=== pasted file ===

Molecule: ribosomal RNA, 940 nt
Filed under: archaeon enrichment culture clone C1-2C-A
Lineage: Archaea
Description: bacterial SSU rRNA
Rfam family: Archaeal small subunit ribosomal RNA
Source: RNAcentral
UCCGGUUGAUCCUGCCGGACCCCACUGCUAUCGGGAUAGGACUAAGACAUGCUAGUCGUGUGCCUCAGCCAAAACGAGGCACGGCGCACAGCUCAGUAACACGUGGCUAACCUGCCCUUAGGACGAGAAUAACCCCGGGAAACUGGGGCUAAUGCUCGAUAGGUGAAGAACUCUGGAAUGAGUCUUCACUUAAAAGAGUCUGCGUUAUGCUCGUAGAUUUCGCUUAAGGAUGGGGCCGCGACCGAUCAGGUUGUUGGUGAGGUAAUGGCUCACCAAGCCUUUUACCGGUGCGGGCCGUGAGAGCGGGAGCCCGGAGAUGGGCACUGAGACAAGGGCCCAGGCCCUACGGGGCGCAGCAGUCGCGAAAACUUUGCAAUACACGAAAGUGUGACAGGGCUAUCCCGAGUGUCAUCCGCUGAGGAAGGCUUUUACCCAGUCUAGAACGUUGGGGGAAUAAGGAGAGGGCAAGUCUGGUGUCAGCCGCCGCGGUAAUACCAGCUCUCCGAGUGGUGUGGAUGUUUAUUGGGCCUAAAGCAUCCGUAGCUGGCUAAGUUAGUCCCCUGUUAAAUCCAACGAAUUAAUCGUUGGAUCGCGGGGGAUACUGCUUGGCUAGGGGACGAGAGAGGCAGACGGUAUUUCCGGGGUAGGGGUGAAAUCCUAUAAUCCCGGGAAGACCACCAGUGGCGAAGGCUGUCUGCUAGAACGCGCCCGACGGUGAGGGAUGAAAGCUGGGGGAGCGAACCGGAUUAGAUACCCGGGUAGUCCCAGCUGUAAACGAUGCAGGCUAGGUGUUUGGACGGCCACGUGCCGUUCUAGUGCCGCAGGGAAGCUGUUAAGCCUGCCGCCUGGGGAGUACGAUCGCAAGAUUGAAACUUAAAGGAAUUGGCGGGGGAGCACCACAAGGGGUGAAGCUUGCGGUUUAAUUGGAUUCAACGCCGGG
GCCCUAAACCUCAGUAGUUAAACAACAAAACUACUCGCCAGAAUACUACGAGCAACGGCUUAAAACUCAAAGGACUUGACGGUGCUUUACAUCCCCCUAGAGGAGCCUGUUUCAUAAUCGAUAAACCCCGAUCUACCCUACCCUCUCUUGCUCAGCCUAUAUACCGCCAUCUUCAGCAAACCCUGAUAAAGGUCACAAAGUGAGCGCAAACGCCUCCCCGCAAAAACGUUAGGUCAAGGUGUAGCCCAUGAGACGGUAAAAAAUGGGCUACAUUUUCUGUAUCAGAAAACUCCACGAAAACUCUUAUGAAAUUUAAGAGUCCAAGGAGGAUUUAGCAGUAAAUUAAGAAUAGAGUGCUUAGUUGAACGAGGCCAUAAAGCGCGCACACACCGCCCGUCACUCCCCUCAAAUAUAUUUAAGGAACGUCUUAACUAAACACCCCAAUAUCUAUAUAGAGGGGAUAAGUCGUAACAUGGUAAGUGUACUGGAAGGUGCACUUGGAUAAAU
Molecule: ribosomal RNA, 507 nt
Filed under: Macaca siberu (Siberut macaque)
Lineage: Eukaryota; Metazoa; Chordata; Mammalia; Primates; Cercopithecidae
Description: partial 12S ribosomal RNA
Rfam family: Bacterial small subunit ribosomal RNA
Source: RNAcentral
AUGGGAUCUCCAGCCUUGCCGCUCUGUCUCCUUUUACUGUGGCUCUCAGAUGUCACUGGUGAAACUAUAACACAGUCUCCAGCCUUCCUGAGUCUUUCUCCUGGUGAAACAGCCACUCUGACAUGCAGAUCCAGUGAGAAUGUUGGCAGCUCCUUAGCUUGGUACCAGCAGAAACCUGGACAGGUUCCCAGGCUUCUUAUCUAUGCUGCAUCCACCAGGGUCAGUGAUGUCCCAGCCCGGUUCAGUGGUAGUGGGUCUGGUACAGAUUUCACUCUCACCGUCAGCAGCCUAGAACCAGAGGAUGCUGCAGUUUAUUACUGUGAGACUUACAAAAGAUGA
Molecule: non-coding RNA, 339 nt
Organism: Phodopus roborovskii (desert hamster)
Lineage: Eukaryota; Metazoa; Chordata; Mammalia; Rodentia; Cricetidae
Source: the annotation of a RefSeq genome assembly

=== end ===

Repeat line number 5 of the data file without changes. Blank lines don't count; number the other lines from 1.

Rfam family: Archaeal small subunit ribosomal RNA